“Good night then. I will wake you in the morning.”

“You’re my alarm clock,” the boy said.

“Age is my alarm clock,” the old man said. “Why do old men wake so early? Is it to have one longer day?”

“I don’t know,” the boy said. “All I know is that young boys sleep late and hard.”

  • From The Old Man and the Sea, by Ernest Hemingway
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“Age is my alarm clock,” the old man said. “Why do old men wake so early? Is it to have one longer day?”

“I don’t know,” the boy said. “All I know is that young boys sleep late and hard.”

  • From The Old Man and the Sea, by Ernest Hemingway

He always thought of the sea as la mar which is what people call her in Spanish when they love her. Sometimes those who love her say bad things of her but they are always said as though she were a woman.

Some of the younger fishermen, those who used buoys as floats for their lines and had motorboats, bought when the shark livers had brought much money, spoke of her as el mar which is masculine. They spoke of her as a contestant or a place or even an enemy. But the old man always thought of her as feminine and as something that gave or withheld great favours, and if she did wild or wicked things it was because she could not help them. The moon affects her as it does a woman, he thought.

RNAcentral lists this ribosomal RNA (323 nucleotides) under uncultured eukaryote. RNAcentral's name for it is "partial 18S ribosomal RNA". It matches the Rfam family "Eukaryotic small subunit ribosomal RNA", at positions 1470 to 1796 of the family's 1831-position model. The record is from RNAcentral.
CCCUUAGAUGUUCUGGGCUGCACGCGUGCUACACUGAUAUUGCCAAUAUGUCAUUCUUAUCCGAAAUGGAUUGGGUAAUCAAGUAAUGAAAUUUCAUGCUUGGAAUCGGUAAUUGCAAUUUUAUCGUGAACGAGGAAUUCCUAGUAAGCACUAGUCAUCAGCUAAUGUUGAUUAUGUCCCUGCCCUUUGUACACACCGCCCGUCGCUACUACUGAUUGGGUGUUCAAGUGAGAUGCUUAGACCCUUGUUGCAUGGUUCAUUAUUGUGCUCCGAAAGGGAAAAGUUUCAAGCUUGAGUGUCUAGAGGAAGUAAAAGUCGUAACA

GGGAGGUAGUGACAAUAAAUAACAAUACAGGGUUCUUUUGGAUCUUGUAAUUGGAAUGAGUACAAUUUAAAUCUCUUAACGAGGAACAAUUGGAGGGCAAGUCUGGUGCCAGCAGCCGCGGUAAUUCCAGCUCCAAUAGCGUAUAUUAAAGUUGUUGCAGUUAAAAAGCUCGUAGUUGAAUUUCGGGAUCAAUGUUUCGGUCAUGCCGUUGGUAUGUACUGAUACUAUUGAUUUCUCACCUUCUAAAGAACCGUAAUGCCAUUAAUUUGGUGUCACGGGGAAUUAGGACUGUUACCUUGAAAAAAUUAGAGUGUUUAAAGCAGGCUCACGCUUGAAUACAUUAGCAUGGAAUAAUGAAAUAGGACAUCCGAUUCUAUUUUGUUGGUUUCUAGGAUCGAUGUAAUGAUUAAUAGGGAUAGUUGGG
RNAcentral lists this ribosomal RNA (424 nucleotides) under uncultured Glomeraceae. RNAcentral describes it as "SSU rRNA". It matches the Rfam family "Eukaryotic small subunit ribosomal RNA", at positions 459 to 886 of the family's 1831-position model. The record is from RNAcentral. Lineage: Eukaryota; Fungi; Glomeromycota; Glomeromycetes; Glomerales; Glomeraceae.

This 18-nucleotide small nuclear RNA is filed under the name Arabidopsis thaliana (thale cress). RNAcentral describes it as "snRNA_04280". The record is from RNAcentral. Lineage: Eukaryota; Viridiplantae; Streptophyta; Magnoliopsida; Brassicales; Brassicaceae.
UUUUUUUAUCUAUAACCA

• From The Old Man and the Sea, by Ernest Hemingway

They had eaten with no light on the table and the old man took off his trousers and went to bed in the dark. He rolled his trousers up to make a pillow, putting the newspaper inside them. He rolled himself in the blanket and slept on the other old newspapers that covered the springs of the bed.

He was asleep in a short time and he dreamed of Africa when he was a boy and the long golden beaches and the white beaches, so white they hurt your eyes, and the high capes and the great brown mountains.

  • From The Old Man and the Sea, by Ernest Hemingway